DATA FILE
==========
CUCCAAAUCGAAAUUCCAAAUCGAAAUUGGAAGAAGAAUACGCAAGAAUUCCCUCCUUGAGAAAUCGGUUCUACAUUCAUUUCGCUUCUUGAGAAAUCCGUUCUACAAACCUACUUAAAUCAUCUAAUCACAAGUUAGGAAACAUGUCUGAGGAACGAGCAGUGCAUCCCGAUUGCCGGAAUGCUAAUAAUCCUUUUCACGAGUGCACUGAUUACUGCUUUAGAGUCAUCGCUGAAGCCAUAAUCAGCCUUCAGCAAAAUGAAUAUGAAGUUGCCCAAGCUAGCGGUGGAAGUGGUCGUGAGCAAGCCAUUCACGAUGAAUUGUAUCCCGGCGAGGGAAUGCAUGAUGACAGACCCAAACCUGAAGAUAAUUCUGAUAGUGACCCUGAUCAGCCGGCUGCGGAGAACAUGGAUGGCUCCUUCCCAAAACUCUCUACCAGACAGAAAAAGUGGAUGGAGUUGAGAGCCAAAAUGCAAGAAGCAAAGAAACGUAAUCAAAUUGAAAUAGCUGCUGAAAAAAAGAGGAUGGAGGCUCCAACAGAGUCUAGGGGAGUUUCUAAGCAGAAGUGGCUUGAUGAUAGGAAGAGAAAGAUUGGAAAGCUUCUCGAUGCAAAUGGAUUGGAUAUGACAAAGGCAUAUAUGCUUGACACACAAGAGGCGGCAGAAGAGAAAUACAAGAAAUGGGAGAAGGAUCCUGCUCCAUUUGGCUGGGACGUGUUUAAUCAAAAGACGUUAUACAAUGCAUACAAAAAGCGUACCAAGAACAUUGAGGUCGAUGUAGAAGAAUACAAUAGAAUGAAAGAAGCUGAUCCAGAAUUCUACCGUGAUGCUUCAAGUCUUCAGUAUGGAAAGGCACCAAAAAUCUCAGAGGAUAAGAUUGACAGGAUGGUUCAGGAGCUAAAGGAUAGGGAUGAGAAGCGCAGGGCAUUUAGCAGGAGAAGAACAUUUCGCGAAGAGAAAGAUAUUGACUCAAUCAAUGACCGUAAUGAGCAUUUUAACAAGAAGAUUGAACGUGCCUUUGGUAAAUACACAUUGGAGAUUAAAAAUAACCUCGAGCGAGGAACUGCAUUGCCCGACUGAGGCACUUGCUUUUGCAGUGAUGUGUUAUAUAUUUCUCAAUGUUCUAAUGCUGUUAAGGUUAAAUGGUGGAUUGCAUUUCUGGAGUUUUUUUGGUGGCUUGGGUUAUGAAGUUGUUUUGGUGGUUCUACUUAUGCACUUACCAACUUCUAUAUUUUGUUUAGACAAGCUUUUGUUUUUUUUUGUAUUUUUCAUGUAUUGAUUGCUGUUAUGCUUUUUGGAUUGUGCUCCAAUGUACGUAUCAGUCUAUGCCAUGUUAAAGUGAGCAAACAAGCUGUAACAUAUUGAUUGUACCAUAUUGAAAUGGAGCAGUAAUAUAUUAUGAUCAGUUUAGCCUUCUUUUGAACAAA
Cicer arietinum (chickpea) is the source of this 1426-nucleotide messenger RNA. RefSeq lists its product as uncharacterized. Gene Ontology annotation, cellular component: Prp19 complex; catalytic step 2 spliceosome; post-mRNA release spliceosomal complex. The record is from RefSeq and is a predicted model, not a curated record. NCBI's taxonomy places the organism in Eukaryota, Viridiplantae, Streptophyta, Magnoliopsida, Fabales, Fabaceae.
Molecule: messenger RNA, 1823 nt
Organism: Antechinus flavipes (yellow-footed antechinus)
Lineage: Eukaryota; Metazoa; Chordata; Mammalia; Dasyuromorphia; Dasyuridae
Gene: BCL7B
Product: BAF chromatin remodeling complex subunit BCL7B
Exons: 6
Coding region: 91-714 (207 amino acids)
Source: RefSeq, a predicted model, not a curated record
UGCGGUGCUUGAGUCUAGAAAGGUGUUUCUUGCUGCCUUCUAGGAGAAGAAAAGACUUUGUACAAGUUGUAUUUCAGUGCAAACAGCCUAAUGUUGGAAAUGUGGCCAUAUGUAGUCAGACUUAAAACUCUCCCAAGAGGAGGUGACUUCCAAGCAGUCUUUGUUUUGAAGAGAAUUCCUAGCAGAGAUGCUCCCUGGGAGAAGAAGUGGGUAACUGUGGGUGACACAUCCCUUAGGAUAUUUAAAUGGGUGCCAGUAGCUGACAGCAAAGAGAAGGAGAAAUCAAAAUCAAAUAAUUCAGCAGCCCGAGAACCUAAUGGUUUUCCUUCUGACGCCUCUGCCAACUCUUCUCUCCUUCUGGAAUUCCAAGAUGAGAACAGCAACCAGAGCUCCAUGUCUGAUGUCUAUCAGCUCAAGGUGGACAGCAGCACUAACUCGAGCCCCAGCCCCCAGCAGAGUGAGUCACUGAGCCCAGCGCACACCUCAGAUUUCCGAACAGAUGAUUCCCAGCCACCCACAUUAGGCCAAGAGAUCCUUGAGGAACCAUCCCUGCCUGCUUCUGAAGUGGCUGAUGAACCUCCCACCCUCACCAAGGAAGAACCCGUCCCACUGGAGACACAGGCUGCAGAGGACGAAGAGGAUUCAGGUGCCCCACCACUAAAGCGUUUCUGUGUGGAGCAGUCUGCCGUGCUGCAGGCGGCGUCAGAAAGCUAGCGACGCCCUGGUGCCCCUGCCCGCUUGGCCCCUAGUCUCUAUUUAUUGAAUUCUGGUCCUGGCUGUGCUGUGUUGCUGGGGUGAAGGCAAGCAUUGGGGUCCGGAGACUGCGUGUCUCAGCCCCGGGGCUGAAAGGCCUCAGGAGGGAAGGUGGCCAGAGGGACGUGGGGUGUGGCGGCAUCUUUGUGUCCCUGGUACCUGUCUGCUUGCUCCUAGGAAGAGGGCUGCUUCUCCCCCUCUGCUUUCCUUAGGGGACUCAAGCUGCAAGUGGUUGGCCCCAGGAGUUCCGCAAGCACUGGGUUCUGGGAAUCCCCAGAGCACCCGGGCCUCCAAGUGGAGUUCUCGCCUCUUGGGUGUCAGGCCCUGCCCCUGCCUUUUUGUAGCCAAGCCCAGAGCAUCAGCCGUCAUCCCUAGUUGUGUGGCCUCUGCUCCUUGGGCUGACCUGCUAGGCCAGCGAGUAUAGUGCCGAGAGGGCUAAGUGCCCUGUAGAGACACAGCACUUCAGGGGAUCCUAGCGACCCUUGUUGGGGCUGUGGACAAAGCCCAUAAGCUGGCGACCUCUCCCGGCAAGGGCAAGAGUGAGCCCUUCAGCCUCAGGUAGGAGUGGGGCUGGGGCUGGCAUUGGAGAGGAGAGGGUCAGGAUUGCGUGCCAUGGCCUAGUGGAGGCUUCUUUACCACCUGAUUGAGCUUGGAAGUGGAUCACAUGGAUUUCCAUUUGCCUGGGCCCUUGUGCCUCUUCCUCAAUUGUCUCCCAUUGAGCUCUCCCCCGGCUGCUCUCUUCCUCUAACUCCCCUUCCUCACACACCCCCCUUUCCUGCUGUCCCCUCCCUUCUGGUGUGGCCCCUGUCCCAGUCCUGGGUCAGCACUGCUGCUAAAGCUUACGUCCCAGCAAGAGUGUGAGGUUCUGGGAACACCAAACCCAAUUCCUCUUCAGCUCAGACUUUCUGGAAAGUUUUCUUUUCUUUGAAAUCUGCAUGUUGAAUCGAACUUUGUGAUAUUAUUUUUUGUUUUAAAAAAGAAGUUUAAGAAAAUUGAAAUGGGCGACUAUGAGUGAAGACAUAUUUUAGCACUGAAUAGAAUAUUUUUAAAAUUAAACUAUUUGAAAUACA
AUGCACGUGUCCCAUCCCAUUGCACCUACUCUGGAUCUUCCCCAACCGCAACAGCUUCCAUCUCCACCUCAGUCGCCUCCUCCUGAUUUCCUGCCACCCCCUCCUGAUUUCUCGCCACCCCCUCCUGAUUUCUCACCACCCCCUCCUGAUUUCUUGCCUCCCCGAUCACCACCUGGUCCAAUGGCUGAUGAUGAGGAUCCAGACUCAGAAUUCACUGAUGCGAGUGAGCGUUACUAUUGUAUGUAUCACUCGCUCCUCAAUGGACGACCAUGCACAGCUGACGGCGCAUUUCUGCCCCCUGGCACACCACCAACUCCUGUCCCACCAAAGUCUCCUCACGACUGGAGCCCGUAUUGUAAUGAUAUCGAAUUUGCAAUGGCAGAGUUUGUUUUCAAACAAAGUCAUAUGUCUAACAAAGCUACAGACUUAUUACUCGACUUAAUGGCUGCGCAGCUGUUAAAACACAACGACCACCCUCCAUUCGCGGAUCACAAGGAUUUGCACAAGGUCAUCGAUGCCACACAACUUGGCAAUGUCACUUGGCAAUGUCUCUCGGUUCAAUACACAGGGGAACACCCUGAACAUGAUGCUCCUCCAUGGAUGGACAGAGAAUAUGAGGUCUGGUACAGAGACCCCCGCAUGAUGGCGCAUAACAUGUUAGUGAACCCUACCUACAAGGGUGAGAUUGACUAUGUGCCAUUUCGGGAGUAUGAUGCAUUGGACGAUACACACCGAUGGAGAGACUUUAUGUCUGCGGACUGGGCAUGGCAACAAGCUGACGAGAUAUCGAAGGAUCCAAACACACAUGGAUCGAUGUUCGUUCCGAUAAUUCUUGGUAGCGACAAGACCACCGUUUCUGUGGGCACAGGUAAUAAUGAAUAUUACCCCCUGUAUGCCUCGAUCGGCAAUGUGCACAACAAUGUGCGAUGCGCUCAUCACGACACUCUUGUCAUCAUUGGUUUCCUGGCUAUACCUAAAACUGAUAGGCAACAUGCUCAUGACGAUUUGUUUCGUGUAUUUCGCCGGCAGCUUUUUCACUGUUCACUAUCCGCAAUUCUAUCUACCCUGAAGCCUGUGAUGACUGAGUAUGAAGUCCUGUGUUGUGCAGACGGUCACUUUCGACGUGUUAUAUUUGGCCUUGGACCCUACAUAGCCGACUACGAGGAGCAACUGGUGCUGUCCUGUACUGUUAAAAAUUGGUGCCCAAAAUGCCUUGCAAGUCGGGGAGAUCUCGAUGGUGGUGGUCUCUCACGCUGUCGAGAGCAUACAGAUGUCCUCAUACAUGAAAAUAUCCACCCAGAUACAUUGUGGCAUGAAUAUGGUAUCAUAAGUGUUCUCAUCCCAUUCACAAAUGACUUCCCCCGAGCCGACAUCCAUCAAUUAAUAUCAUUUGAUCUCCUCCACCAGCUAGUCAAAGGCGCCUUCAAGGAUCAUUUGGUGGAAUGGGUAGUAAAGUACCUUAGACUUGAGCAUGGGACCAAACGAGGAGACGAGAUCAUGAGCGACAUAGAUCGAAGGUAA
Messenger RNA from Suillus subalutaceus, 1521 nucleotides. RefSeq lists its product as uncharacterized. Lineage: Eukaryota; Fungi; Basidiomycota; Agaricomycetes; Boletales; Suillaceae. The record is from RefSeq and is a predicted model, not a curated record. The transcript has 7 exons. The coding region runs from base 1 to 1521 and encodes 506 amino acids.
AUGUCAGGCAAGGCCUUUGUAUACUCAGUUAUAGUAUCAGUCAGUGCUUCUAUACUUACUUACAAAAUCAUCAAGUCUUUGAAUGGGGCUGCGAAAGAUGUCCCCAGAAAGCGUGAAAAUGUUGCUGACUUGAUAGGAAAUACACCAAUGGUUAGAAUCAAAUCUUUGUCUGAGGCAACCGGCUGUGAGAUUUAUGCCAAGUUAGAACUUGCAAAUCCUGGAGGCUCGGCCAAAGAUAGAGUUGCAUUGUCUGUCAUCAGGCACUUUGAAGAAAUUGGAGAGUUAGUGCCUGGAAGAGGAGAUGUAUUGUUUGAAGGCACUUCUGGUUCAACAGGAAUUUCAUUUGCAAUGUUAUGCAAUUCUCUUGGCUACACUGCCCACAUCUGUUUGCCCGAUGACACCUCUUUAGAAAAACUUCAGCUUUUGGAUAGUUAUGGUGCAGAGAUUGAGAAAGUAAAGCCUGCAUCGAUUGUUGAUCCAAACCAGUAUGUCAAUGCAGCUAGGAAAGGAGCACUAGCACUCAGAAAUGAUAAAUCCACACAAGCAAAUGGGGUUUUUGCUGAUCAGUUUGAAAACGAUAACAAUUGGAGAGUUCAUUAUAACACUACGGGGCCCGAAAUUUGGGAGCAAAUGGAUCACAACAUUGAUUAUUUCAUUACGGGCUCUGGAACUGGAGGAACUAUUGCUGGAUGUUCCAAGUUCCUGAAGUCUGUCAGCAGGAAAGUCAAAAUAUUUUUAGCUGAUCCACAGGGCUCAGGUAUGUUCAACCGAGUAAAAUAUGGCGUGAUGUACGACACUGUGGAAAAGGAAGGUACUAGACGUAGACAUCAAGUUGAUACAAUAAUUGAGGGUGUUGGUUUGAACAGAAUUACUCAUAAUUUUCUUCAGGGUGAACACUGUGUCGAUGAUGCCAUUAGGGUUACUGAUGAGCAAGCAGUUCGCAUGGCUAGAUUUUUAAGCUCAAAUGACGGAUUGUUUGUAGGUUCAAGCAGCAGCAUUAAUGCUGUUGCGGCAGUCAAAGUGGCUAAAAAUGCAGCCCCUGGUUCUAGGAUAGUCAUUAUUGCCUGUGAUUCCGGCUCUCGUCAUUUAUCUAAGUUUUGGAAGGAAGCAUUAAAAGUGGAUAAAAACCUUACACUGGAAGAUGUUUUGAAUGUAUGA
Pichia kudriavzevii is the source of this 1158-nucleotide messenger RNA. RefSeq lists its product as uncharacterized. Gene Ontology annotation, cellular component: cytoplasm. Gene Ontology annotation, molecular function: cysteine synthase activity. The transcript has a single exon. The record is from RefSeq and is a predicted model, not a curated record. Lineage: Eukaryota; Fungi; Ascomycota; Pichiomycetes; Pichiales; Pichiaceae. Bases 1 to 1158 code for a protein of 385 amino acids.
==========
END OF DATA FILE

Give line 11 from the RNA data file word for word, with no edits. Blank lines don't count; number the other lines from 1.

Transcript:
UGCGGUGCUUGAGUCUAGAAAGGUGUUUCUUGCUGCCUUCUAGGAGAAGAAAAGACUUUGUACAAGUUGUAUUUCAGUGCAAACAGCCUAAUGUUGGAAAUGUGGCCAUAUGUAGUCAGACUUAAAACUCUCCCAAGAGGAGGUGACUUCCAAGCAGUCUUUGUUUUGAAGAGAAUUCCUAGCAGAGAUGCUCCCUGGGAGAAGAAGUGGGUAACUGUGGGUGACACAUCCCUUAGGAUAUUUAAAUGGGUGCCAGUAGCUGACAGCAAAGAGAAGGAGAAAUCAAAAUCAAAUAAUUCAGCAGCCCGAGAACCUAAUGGUUUUCCUUCUGACGCCUCUGCCAACUCUUCUCUCCUUCUGGAAUUCCAAGAUGAGAACAGCAACCAGAGCUCCAUGUCUGAUGUCUAUCAGCUCAAGGUGGACAGCAGCACUAACUCGAGCCCCAGCCCCCAGCAGAGUGAGUCACUGAGCCCAGCGCACACCUCAGAUUUCCGAACAGAUGAUUCCCAGCCACCCACAUUAGGCCAAGAGAUCCUUGAGGAACCAUCCCUGCCUGCUUCUGAAGUGGCUGAUGAACCUCCCACCCUCACCAAGGAAGAACCCGUCCCACUGGAGACACAGGCUGCAGAGGACGAAGAGGAUUCAGGUGCCCCACCACUAAAGCGUUUCUGUGUGGAGCAGUCUGCCGUGCUGCAGGCGGCGUCAGAAAGCUAGCGACGCCCUGGUGCCCCUGCCCGCUUGGCCCCUAGUCUCUAUUUAUUGAAUUCUGGUCCUGGCUGUGCUGUGUUGCUGGGGUGAAGGCAAGCAUUGGGGUCCGGAGACUGCGUGUCUCAGCCCCGGGGCUGAAAGGCCUCAGGAGGGAAGGUGGCCAGAGGGACGUGGGGUGUGGCGGCAUCUUUGUGUCCCUGGUACCUGUCUGCUUGCUCCUAGGAAGAGGGCUGCUUCUCCCCCUCUGCUUUCCUUAGGGGACUCAAGCUGCAAGUGGUUGGCCCCAGGAGUUCCGCAAGCACUGGGUUCUGGGAAUCCCCAGAGCACCCGGGCCUCCAAGUGGAGUUCUCGCCUCUUGGGUGUCAGGCCCUGCCCCUGCCUUUUUGUAGCCAAGCCCAGAGCAUCAGCCGUCAUCCCUAGUUGUGUGGCCUCUGCUCCUUGGGCUGACCUGCUAGGCCAGCGAGUAUAGUGCCGAGAGGGCUAAGUGCCCUGUAGAGACACAGCACUUCAGGGGAUCCUAGCGACCCUUGUUGGGGCUGUGGACAAAGCCCAUAAGCUGGCGACCUCUCCCGGCAAGGGCAAGAGUGAGCCCUUCAGCCUCAGGUAGGAGUGGGGCUGGGGCUGGCAUUGGAGAGGAGAGGGUCAGGAUUGCGUGCCAUGGCCUAGUGGAGGCUUCUUUACCACCUGAUUGAGCUUGGAAGUGGAUCACAUGGAUUUCCAUUUGCCUGGGCCCUUGUGCCUCUUCCUCAAUUGUCUCCCAUUGAGCUCUCCCCCGGCUGCUCUCUUCCUCUAACUCCCCUUCCUCACACACCCCCCUUUCCUGCUGUCCCCUCCCUUCUGGUGUGGCCCCUGUCCCAGUCCUGGGUCAGCACUGCUGCUAAAGCUUACGUCCCAGCAAGAGUGUGAGGUUCUGGGAACACCAAACCCAAUUCCUCUUCAGCUCAGACUUUCUGGAAAGUUUUCUUUUCUUUGAAAUCUGCAUGUUGAAUCGAACUUUGUGAUAUUAUUUUUUGUUUUAAAAAAGAAGUUUAAGAAAAUUGAAAUGGGCGACUAUGAGUGAAGACAUAUUUUAGCACUGAAUAGAAUAUUUUUAAAAUUAAACUAUUUGAAAUACA